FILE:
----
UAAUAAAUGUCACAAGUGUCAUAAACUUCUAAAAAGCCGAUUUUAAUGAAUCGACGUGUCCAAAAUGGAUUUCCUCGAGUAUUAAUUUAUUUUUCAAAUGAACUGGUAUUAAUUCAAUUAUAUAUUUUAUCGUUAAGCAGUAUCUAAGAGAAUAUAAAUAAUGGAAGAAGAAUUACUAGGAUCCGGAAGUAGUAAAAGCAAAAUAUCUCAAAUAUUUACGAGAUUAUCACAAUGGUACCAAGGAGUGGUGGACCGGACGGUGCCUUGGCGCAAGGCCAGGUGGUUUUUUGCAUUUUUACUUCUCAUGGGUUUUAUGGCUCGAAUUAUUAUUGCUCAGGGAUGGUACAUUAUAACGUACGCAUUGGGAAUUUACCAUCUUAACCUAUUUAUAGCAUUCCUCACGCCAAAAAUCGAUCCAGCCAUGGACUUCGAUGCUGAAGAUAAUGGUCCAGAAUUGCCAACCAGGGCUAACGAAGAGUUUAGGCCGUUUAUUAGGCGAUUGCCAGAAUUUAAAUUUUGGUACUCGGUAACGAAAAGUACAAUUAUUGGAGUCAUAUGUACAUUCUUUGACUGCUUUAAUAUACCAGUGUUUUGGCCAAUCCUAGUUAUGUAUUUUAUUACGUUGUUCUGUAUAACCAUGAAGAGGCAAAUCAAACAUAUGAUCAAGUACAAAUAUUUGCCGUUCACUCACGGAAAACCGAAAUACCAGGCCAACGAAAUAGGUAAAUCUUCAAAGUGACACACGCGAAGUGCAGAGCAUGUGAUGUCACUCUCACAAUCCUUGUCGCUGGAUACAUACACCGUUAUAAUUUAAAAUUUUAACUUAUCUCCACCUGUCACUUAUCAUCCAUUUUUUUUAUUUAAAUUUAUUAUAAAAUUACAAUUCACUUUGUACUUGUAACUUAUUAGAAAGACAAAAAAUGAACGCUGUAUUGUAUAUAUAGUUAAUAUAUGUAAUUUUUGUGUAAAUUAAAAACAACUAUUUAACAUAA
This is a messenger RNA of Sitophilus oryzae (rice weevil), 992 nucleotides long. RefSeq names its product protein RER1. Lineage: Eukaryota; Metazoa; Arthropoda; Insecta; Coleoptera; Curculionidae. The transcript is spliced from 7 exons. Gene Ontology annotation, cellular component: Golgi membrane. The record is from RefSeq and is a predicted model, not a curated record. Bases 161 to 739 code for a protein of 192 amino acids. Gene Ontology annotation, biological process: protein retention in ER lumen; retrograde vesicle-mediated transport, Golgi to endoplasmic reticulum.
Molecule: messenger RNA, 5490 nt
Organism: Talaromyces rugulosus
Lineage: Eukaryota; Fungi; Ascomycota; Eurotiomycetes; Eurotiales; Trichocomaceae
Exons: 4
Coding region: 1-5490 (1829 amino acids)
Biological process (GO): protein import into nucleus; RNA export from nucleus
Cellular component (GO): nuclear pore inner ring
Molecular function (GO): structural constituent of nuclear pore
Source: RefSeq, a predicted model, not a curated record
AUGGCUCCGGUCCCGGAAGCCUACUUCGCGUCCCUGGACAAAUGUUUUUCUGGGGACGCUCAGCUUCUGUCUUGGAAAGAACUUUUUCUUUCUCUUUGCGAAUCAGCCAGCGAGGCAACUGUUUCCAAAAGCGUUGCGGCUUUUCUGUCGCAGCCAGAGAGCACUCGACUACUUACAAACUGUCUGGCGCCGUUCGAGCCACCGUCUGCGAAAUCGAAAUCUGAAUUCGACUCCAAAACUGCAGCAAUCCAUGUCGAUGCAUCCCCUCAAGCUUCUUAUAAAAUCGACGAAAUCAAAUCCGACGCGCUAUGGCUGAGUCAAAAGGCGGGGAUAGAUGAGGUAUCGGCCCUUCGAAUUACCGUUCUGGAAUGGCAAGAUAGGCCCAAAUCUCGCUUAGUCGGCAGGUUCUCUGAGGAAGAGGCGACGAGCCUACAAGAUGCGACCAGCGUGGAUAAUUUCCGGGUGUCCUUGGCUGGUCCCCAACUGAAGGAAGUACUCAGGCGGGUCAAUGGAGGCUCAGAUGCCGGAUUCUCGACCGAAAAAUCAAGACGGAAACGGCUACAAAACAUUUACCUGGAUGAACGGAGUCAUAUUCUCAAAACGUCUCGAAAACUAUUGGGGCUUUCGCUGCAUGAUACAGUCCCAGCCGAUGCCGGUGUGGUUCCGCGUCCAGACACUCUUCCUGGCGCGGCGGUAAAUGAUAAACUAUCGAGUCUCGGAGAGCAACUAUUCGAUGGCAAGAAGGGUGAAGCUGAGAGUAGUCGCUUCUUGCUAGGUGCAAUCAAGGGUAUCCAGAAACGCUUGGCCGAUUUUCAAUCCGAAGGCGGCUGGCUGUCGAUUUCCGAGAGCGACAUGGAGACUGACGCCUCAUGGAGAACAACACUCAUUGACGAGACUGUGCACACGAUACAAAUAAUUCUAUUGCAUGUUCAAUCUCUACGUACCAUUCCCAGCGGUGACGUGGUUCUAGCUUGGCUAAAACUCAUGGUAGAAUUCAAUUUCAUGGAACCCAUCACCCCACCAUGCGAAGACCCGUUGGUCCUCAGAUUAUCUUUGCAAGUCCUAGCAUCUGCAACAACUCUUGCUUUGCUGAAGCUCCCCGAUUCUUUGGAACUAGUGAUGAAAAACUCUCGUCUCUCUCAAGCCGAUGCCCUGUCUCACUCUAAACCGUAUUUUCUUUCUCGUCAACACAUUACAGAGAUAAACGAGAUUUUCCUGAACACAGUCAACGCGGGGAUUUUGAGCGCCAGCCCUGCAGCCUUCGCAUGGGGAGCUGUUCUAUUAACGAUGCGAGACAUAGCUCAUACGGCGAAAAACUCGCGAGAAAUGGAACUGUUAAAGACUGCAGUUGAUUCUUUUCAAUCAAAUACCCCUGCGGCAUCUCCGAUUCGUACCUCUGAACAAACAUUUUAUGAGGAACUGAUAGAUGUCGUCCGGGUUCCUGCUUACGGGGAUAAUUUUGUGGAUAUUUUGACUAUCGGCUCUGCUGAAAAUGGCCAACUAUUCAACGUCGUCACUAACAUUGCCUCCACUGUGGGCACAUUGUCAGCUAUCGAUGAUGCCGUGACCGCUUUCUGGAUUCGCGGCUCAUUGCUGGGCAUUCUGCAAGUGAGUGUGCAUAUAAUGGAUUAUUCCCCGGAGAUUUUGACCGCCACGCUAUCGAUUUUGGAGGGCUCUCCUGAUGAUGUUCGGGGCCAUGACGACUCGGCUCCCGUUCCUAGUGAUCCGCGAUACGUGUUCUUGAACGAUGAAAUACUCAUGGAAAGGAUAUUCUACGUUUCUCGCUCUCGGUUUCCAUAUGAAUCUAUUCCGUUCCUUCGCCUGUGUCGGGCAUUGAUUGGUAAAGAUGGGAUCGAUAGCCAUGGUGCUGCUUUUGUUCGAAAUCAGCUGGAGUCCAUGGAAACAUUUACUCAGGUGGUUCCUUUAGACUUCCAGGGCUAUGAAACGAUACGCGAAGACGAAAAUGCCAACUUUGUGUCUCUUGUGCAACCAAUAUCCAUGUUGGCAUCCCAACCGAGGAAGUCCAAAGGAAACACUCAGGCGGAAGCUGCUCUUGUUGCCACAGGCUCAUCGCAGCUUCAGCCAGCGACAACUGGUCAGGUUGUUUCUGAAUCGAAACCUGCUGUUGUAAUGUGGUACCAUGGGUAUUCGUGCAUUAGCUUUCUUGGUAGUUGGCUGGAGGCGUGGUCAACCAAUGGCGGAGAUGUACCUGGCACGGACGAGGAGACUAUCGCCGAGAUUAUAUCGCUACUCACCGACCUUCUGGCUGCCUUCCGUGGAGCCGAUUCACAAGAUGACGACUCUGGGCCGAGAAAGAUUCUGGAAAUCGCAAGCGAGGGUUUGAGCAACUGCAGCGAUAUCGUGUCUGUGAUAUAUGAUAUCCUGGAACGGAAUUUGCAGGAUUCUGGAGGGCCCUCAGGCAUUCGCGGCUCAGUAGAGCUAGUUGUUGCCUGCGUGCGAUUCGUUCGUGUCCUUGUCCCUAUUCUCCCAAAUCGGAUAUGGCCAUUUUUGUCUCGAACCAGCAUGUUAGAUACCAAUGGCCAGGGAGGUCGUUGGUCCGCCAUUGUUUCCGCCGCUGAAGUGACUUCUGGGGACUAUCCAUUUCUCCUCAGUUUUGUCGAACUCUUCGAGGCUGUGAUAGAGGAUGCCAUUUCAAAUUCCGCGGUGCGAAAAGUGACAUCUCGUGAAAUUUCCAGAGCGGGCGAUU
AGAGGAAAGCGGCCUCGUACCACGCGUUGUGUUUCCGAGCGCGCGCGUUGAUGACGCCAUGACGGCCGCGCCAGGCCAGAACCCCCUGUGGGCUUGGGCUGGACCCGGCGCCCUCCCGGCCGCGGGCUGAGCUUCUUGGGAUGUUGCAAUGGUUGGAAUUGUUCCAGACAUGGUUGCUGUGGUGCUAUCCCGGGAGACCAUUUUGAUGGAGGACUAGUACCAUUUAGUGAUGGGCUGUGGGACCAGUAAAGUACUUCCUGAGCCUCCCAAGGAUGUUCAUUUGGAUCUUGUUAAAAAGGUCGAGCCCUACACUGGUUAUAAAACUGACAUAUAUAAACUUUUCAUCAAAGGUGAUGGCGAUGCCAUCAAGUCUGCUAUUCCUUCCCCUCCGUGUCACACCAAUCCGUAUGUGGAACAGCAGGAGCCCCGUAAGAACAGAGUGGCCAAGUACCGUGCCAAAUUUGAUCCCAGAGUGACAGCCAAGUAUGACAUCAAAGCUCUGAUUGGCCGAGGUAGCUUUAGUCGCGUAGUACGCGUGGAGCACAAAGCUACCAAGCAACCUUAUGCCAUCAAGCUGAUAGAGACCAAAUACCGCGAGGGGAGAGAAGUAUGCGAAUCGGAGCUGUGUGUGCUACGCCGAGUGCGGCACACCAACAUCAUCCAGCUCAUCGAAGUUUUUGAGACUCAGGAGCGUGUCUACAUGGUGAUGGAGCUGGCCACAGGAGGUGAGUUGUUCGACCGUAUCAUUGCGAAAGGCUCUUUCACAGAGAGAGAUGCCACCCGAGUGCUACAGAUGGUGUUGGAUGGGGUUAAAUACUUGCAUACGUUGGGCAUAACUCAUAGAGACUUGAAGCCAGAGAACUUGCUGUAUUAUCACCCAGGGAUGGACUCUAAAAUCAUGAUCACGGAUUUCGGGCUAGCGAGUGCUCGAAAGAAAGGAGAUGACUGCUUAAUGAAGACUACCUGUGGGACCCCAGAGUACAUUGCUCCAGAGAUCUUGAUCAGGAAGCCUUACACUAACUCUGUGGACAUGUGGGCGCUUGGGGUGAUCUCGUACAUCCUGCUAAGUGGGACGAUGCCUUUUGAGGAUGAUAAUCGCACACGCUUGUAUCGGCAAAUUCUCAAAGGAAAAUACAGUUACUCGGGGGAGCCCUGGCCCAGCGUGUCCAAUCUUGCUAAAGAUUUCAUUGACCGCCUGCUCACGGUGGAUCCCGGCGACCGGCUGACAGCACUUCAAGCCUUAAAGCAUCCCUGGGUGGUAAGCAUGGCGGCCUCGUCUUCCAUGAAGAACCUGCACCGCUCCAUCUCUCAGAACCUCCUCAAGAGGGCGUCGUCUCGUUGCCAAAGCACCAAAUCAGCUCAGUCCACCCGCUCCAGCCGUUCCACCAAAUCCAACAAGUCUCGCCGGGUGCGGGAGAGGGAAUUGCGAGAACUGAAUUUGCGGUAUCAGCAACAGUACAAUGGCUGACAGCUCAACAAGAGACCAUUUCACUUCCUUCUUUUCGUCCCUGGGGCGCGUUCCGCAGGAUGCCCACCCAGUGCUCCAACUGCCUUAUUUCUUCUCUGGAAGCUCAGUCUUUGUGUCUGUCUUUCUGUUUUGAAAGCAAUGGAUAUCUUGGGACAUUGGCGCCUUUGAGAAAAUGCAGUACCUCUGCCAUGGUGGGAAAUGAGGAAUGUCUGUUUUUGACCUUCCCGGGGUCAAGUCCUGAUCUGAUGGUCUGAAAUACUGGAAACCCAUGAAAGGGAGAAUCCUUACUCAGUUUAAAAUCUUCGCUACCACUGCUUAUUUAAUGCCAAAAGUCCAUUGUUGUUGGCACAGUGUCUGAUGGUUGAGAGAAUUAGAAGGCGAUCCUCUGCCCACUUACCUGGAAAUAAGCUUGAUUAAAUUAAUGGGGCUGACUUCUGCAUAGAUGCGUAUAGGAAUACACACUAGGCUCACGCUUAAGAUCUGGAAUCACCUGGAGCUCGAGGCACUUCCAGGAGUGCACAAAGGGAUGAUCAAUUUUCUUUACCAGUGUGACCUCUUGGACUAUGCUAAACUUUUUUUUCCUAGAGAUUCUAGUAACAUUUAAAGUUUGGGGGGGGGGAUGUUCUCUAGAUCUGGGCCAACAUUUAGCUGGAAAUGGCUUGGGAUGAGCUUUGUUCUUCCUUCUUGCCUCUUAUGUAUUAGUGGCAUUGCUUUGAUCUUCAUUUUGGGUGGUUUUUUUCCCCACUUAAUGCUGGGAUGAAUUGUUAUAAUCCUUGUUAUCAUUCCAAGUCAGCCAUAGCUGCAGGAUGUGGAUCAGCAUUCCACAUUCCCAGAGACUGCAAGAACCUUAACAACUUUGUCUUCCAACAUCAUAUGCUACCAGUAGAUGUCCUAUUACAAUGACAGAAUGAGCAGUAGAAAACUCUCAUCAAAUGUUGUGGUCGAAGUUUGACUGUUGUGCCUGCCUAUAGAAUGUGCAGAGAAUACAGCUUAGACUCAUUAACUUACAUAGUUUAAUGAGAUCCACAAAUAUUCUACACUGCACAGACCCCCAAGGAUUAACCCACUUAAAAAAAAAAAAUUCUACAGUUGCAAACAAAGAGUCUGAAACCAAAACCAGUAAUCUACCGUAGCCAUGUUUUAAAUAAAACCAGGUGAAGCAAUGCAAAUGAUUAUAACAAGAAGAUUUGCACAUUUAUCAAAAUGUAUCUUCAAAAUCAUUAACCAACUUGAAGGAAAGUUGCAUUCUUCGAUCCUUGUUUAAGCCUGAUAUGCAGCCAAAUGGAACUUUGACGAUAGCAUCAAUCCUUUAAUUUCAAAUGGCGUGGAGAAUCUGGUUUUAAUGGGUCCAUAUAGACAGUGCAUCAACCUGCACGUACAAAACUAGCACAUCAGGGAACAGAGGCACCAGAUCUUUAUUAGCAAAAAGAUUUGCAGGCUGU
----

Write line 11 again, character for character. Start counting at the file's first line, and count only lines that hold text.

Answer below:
Source: RefSeq, a predicted model, not a curated record